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Early Cenozoic Asian Monsoons: Mechanisms and Evolution Through Time

Periodic Reporting for period 1 - ECAMMETT (Early Cenozoic Asian Monsoons: Mechanisms and Evolution Through Time)

Reporting period: 2015-09-01 to 2017-08-31

The Asian Monsoon circulation that supplies rainfall to Asia is primarily driven by continent-ocean thermal contrasts, and frequent hydro-meteorological extreme events emphasize that it is affected by recent global climate change in response to increasing atmospheric level of carbon dioxide (pCO2). The medium and longer-timescale effects of circulation changes in the monsoon system control precipitation and aridification in continental Asia and, in the past, shaped Eurasian paleoenvironments and biotic evolution. The Asian monsoons have long been thought to have originated ~23 Million years ago, driven by regional uplift. However, recent studies have shown that the monsoons are millions of years more ancient than previously thought and were possibly regionally similar to today during the high pCO2 Eocene Greenhouse episode. These studies open a vast array of new questions: (1) How did these early monsoons evolve through the Eocene? (2) How did they react to the numerous, short-term hyperthermal and hypothermal pCO2 events that ruled this period? This research project proposes to address these issues by focusing on three key sedimentary records in the Eocene monsoonal realm: in China, Myanmar, and Turkey. After refining the local stratigraphy through U/Pb geochronology of volcanic deposits, the three records will be investigated with respect to different geochemical and mineralogical paleoclimatic proxies. Elemental geochemistry and clay mineralogy will help to understand the evolution of seasonality and precipitation; stable and clumped isotope analyses on pedogenic carbonates and soil organic matter will document past rainfall amount, temperature and pCO2 variations; U/Pb dating on aeolian dust deposits will allow the reconstruction of past monsoonal wind patterns. The resulting findings will document the short- and long-term variations of the Asian monsoons during the Eocene, and in light of modern Global climate Change, are expected to furnish the basis for a substantial advance in our understanding of monsoonal forcing factors in a warmer, high-pCO2 world.
Work Package 1 (China)
All the goals set up for Work Package 1 in the initial working plan have been achieved during the first 6 months of the project. Fieldtrip was accomplished during Month 1, U/Pb results were processed and interpreted during months 2 to 4, and stable and clumped isotope results acquired during month 5 during a secondment at the University of Frankfurt.
Results from the U/Pb approach were submitted and published in two journals: GSA bulletin and Nature Communications. They show that despite a significantly different atmospheric concentration in carbon dioxide during the Eocene, wind patterns and atmospheric pressure systems were very similar to today.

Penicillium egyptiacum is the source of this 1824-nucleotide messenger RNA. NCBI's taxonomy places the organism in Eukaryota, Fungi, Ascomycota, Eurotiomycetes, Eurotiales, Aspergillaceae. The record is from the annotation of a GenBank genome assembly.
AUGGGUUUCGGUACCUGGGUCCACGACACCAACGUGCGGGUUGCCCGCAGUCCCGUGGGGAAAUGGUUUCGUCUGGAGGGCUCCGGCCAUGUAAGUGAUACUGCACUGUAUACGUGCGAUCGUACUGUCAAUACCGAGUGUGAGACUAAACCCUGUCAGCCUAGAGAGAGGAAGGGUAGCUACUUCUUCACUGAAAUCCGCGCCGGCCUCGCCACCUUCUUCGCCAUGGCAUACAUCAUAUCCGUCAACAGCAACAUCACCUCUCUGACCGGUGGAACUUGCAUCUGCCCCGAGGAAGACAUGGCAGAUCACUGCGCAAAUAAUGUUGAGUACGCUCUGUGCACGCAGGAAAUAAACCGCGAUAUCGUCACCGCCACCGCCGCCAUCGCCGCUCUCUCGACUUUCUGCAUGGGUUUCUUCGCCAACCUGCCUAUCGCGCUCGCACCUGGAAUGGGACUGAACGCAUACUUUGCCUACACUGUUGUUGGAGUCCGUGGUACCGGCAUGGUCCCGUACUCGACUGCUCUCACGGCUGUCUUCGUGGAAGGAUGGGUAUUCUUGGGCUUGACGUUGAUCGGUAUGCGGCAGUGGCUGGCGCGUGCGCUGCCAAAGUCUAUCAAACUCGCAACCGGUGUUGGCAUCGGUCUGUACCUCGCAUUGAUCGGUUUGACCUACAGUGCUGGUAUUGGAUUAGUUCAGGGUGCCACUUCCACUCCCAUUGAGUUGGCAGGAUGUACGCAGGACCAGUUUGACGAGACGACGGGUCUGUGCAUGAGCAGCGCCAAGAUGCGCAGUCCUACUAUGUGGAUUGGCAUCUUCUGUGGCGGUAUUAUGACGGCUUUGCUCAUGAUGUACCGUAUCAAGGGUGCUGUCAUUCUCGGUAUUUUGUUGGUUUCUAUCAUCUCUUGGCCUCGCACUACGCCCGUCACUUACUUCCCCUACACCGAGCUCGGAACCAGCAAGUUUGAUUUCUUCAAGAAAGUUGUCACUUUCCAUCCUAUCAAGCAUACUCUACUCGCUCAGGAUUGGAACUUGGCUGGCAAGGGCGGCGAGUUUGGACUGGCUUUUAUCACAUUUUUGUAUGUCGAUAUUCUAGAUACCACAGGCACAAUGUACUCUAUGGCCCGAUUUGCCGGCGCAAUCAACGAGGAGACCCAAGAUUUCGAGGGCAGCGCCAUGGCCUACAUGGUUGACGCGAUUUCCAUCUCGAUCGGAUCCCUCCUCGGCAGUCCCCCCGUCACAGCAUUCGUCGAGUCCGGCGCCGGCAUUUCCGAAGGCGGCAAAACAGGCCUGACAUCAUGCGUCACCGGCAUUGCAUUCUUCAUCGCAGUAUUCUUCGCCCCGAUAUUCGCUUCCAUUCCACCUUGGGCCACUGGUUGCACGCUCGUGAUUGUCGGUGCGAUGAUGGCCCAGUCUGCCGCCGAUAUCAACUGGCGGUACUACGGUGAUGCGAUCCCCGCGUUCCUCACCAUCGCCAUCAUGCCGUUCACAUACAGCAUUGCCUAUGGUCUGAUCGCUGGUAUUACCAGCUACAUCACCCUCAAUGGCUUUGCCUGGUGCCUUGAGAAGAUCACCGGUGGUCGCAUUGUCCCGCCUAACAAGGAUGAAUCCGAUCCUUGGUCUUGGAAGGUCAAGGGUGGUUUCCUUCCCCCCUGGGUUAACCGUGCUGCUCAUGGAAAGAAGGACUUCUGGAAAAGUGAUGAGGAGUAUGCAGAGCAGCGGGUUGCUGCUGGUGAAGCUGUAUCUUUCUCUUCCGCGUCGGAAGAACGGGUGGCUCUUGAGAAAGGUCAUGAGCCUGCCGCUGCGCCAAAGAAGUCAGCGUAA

Results from the stable and clumped isotope proxies remain to be exploited and published, but are particularly exciting as they seem to show that central Asian desertification was almost completely achieved by the late Eocene.

Work package 2 (Myanmar)
Fieldwork to Myanmar was achieved during month 6, following the initial work plan. However, due to significant delays to ship the samples back to Germany (samples did not make it until month 9), I had to postpone the initially planned geochemical analyses to year 2, and instead focus on Work package 3.

Work package 3 (Turkey)
Fortunately, I had acquired enough material during a previous fieldtrip to start working on Work package 3 as early as Month 7. U/Pb, elemental, stable and clumped isotope data were acquired between months 5 and 11. Additional fieldwork was carried out earlier than previously planned (on month 9 instead of month 13).
Results were eventually synthesized and submitted to the Journal of Asian Earth Sciences during Month 12. We show that Turkish climate during the Eocene was monsoonal, corroborating the extension of monsoonal ecosystems along the Tethyan domain, but that the area remained biogeographically isolated from Asia.
The results significantly help to understand of how the Asian monsoons react to extreme pCO2 forcing during the past, and how they may respond to global warming in the future where extreme CO2 concentrations are increasingly likely. Work Package 1 results have significant implications for understanding the mechanisms of aridification in central Asia: they suggest that wind patterns will remain the same despite global warming stress; they also suggest the observed northward migration of arid areas in central Asia will not expand for long, as the location of deserts appears to be resilient through time due to synoptic-level atmospheric dynamics. They also have significant implications for our understanding of dust dynamics and of Asian desertification: they show that most of the dust on the Chinese loess plateau is in fact reworked from nearby fluvial deposits and does not travel for long distances from central Asia deserts. It shows the potential impact of irrigation and river management on dust production and regional desertification, and suggests that better management of the Yellow River could have a significant impact on re-greening central China.
Results from Work Package 2 and 3 are not completely acquired yet, so it is hard to make any prediction about their potential impact.
Alexis Licht logging and sampling sediment in Xining, China